In the early 1800’s, Baron George Cuvier (the father of Paleontology) popularized the now mostly forgotten theory of Catastrophism.
Before then, Cuvier had already established himself as one of the greatest minds of his day. He is the one responsible for every giant fossil skeleton you’ve ever seen. After years of carefully studying the anatomy of modern and extinct animals, he realized that all vertebrates share both a common body form and similarly functioning anatomical parts.
His breakthroughs are what allows us even today to recreate full specimens of any vertebrate using only a handful of fossils. In fact, nearly all ancient skeletons found in museums are not complete skeletons at all.
When we stand next to that giant T-Rex, we might only be standing next to 4 actual bones – and each from a different T-Rex!
That’s not to say that these grand skeletons are works of imagination though. Cuvier proved that functional relationships exist between different anatomical structures, and by understanding those relationships we can reconstruct just about anything.
For example, it would be ridiculous to assume that because we didn’t find a right arm at the fossil site that we must have discovered a whole new one-armed species of T-Rex. We know it had a right arm that mirrored its left one (or at least was born with one). That may seem obvious to us now, but this was a big idea at the time, and Cuvier was able to prove it through a lifetime of comparative anatomy and paleontology.
But one question always dogged him – why does the anatomy change over time in the first place?
He noticed that the older the fossils, the more disconnected they were from modern species. His colleague Jean-Baptiste Lamarck (a MindGiant in his own right), proposed a nascent theory of evolution nearly 50 years before Darwin, but Cuvier wasn’t buying it. He objected not on religious grounds, but on scientific ones.
Here was his logic:
If each species is perfect for its environment at the time, any change to it would make it imperfect, and thus kill it before it was able to evolve. But if the environment suddenly changed, the animal would no longer be perfect for it, so how could it survive long enough to change at all?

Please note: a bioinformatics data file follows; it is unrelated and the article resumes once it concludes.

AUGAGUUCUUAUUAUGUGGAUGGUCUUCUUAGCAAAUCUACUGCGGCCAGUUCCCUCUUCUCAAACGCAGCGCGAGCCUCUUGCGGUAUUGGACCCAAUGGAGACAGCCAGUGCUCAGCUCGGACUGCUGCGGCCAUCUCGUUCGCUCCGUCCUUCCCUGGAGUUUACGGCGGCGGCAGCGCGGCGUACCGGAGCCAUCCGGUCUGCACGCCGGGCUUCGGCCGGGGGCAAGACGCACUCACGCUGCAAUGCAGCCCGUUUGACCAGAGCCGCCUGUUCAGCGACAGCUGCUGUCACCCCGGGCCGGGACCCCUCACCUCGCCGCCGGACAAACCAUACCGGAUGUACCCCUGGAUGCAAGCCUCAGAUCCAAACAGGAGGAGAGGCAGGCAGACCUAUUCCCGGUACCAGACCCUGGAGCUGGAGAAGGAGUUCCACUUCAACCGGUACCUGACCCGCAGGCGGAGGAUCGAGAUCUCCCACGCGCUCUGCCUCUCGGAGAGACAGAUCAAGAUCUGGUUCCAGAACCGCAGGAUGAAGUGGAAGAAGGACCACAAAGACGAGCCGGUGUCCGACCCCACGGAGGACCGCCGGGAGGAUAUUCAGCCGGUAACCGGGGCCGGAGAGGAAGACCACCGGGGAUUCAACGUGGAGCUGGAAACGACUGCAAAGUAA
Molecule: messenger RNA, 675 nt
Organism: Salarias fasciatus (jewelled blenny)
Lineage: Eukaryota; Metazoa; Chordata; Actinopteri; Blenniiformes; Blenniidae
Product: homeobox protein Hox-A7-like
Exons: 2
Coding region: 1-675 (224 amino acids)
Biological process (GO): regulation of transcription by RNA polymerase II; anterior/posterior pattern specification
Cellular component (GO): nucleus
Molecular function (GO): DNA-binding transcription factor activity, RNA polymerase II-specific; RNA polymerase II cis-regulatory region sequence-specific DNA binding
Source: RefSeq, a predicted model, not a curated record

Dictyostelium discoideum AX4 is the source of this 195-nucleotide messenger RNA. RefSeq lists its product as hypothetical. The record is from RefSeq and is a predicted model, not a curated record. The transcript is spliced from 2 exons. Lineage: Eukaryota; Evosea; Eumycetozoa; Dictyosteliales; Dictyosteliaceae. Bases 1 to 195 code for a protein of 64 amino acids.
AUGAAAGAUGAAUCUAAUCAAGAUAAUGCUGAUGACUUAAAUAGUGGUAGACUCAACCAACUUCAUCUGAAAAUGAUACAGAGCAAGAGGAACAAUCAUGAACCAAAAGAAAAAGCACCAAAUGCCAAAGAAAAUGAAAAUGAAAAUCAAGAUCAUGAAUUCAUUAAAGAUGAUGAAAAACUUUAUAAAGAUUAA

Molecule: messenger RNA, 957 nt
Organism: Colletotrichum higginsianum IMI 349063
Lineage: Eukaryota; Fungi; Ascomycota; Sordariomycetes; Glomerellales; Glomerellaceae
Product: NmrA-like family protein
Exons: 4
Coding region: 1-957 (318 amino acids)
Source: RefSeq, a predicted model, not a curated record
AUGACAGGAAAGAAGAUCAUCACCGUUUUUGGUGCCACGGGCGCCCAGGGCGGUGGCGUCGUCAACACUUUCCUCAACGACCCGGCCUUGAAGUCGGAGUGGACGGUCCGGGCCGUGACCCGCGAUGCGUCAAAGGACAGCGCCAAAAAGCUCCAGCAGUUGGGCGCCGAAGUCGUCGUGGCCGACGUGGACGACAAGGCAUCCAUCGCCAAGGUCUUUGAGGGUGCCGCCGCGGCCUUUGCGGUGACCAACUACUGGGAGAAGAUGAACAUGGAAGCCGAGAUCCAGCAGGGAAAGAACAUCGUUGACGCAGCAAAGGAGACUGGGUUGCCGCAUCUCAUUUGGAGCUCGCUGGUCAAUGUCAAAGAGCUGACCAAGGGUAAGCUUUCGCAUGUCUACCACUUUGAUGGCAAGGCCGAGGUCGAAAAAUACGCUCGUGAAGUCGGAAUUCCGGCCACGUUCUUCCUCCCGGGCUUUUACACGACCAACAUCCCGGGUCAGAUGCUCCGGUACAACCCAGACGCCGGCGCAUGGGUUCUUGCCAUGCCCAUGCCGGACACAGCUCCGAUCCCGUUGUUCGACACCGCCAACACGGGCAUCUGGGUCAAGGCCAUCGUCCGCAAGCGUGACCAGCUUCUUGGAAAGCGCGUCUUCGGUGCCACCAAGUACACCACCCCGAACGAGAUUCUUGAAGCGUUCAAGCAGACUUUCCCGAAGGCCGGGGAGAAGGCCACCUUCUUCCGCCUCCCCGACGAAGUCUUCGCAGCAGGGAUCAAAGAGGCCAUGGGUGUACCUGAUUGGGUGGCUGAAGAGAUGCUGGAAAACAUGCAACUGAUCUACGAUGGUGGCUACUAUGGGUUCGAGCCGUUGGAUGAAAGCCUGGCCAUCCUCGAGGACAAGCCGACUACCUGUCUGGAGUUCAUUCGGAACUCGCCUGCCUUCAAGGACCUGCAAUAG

To answer this riddle of nature, Cuvier adopted and refined with scientific evidence a theory known as Catastrophism. He first proved that different extinct species in different geographic areas had not perished all at once, but periodically throughout history and typically following sudden regional catastrophes. He believed that each catastrophe simply wiped out the “old” and gave rise to the “new and improved” species.
This idea met with little resistance from religious scientists of the day, who had long held the biblical flood responsible for all extinct species simultaneously. (Note that deep sea fossils were still a long ways off.)
While Cuvier himself stuck to scientific reasoning, his theory was quickly married to the notion that these catastrophes and improvements were executed directly by God. God had not only flooded the whole planet in the early days, but He was also responsible for periodic local catastrophes that caused only certain species to go extinct and new versions to rise in their place.
The idea was palatable enough for nearly everyone. God was still directly choosing what survived based on His personal preference and the scientific evidence that these catastrophes befell various parts of Earth routinely after the flood was no longer ignored.
It was logical, scientific, had plenty of fossil evidence to support it, and easily explained how an entire species could go extinct after the Great Flood.
Of course, the works of later figures like Darwin and Wallace would eventually spell the end of catastrophism, but some of its core tenants and questions were hugely influential to Darwin himself and some remain unanswered to this day.
There are indeed many examples of seemingly overnight evolutions in response to sudden environmental changes and no clear evolutionary mechanisms to explain them. Natural Selection is just one of the mechanisms we know of, but that is a long, slow process with many limitations. Genetic drift and spontaneous mutation are also not as punctuated as the fossil record requires.
Since Cuvier’s day, explanations for these examples have ranged from still undiscovered evolutionary mechanisms to extra-terrestrial intervention. (The latter of which would of course be awesome.)
What we do know is that along with all of the life on Earth, our scientific theories themselves continue to evolve. Though many of our theories undergo a slow, gradual refinement based on carefully accumulated data, every now and then someone proposes a new theory that to the accepted notions are, well… catastrophic.